The available scholarship on Islam in English is now vast. In addition to scholarly treatments of Islam undertaken primarily within the context of a particular culture and a specific historical period, there are now many studies using different disciplinary lenses—for example, religion, philosophy or anthropology—to investigate Islam as a global and not solely Middle Eastern phenomenon. The length and structure of the program are geared to enable taking full advantage of the depth of available scholarship on Islam while at the same time responding to the distinctive needs of undergraduate educators who teach survey courses in which they are responsible for helping students from majors across the humanities and sciences to make broad and yet intellectually-rewarding connections with what they are learning in other courses.
The Institute’s presenters have been selected to afford
participants with a rich array of intellectual and pedagogical resources for
understanding and teaching about the evolution of Islam in Asia, and have
been drawn primarily from the disciplines of religion, philosophy, history,
literature, and art history. Over the course of the program, Institute
participants will develop teaching-relevant facility in working with Islamic
texts, discussing the historical transformations of Islamic traditions as they
spread across South and Southeast Asia, and placing those traditions in their
historical, political and cultural contexts. In addition, each participant will
draft a detailed course module, syllabus, or research project that draws on
Institute content and themes, and that responds to the needs of their home
institutions. To facilitate progress on these projects, the project
Co-Directors will meet with participants individually and in small disciplinary
groups during the first and second week of the program and will be available
for consultation throughout the Institute.
Mihrab (Prayer Niche). A.H. 755/A.D. D. 1354-55
Iran. (Photo credit: www.metmuseum.org}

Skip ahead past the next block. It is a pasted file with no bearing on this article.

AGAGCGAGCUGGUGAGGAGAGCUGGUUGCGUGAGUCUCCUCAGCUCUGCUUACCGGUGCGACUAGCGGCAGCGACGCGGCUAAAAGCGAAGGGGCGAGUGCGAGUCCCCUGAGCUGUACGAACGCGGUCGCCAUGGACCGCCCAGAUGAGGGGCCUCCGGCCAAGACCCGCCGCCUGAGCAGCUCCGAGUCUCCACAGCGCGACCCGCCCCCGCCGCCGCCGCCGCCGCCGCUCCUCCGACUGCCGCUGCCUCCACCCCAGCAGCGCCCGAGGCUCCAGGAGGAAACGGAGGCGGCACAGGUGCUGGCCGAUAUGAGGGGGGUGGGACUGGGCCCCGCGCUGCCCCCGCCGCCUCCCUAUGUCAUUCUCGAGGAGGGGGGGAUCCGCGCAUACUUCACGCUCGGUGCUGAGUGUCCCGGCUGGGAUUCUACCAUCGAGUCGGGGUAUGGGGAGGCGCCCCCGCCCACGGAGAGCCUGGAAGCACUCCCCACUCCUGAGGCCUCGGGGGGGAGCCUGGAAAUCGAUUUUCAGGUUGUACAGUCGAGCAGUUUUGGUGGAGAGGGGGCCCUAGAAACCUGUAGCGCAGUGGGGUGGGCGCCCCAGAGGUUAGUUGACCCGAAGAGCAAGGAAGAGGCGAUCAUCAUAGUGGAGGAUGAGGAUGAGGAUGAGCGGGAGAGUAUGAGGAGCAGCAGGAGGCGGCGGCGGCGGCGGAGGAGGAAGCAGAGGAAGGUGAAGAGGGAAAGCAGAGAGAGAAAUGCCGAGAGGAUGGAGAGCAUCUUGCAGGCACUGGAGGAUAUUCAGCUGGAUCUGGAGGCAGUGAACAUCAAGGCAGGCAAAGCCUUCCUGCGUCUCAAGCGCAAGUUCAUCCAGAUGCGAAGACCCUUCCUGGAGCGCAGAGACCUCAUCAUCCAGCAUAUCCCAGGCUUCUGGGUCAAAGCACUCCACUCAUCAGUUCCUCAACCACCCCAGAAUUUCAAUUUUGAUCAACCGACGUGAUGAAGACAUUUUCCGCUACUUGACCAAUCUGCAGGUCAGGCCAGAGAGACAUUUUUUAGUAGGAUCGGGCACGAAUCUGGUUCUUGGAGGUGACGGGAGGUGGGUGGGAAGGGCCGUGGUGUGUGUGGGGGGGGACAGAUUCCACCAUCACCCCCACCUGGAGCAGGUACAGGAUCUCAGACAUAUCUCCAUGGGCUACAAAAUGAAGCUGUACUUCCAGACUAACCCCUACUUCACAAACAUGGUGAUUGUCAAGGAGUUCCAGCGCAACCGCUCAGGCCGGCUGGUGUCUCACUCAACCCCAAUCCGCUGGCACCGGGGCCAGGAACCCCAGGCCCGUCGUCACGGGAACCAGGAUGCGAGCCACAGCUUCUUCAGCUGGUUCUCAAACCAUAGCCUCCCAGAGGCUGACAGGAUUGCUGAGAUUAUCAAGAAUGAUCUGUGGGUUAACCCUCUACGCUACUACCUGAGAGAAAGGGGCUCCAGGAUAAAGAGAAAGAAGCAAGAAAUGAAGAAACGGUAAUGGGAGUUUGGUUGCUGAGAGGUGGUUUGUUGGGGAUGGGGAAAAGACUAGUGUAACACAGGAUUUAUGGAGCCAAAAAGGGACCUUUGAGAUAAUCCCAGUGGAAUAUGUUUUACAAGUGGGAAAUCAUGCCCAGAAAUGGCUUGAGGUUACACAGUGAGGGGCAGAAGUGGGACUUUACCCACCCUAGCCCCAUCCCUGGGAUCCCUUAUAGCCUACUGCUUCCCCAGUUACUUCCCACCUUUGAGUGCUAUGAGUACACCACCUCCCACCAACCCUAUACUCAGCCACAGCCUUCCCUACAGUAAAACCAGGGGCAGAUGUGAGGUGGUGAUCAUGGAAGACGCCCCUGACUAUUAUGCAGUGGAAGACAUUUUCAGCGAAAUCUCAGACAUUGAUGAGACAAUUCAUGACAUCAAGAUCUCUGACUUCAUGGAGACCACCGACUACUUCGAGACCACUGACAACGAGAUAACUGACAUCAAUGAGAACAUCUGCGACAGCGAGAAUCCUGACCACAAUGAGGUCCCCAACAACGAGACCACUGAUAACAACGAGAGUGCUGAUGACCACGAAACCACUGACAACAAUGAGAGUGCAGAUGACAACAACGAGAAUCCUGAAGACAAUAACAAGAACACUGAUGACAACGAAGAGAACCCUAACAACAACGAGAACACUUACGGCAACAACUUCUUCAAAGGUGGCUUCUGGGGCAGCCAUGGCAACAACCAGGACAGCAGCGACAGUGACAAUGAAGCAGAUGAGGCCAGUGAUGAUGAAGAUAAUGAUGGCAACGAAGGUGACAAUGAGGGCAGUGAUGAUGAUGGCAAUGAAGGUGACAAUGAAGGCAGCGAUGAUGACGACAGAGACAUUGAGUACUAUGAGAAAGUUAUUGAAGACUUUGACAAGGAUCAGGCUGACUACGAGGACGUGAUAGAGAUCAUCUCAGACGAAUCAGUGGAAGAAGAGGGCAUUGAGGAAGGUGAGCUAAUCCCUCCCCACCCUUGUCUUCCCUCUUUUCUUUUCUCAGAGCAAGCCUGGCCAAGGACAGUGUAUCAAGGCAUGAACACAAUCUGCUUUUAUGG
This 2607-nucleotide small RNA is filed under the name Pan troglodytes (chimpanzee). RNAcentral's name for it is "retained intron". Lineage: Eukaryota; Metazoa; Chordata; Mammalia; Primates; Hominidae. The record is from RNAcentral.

Prior to the Institute, participants will receive a topical bibliography, from which they will be encouraged to read materials selected according to their own teaching and research interests. All participants will be expected to read the following three background texts:
Two other texts are suggested as supplementary readings that participants are encouraged to explore in connection with major Institute themes:
William Shepard’s Introducing Islam, provides a concise, yet thorough introduction of important topics that recur regularly in the readings and lectures of the Institute, including the Qurˋan, Islamic law, Islamic theology, and Sufi movements. Although it a substantial work, it is written accessibly enough for undergraduate classroom use. In contrast with shorter introductions, Shepard features discussions of Islamic civilization via sections on art and culture, as well as communal rituals and feasts, placing Islam in social context, and devotes a chapter to detailing the study of Islam in four countries, including Indonesia.
Providing excerpts of primary texts in each chapter, Burjor Avari, Islamic Civilization in South Asia, illuminates the close relation between commerce, the quest for (economic) power, and the spread of Islam in South Asia. Placing religious developments in the contexts of social, economic, political and cultural history, Avari also explains how religious syncretism evoked recurring impulses to restore Islamic “orthodoxy” and led to the foundation of religious schools. One of the book’s guiding themes is how Muslims in each time period addressed questions about Islamic normativity—one of the Institute’s organizing themes.
Pringle’s Understanding Islam in Indonesia similarly addresses issues of syncretism and normativity within religious institutions and teachings in Indonesia. Using relevant biographical sketches of modern-day leaders of Islam, he shows how these discussions continue as Indonesian Islamic thinking has developed at a great distance from the heartlands of Islam. The book is particularly effective in showing the importance of regional connections in the early evolution of Islam in Indonesia and is one of the few that manages to cover trends in contemporary Indonesian Islam as they relate to the Middle East.
These three books will provide participants with a shared foundation and vocabulary for exploring the doctrinal, historical and social dimensions of Islam in Asia. Ebrahim Moosa’s What is a Madrasa? is based on his experiences inside the world of the madrasa, the most common school for religious instruction in the Islamic world. Providing insights into the genealogy of internal debates of Islamic thinking, Moosa addresses recurring contemporary questions about normativity and orthodoxy that are posed across South Asia, focusing on the post-secondary-level madrasas in the Indo-Pakistan heartlands and how they have shaped and continue shaping Islamic reform and radicalization in the region. Shahab Ahmed’s What is Islam? The Importance of Being Islamic is an intellectual tour de force that deftly addresses the at times tense relationship between Islamic authority and diversity, reflecting critically on questions about what is “Islamic” in Islamic philosophy or Islamic art as well as offering a challenging perspective on whether the Islamic (the religious) should be distinguished from the Islamicate (the cultural).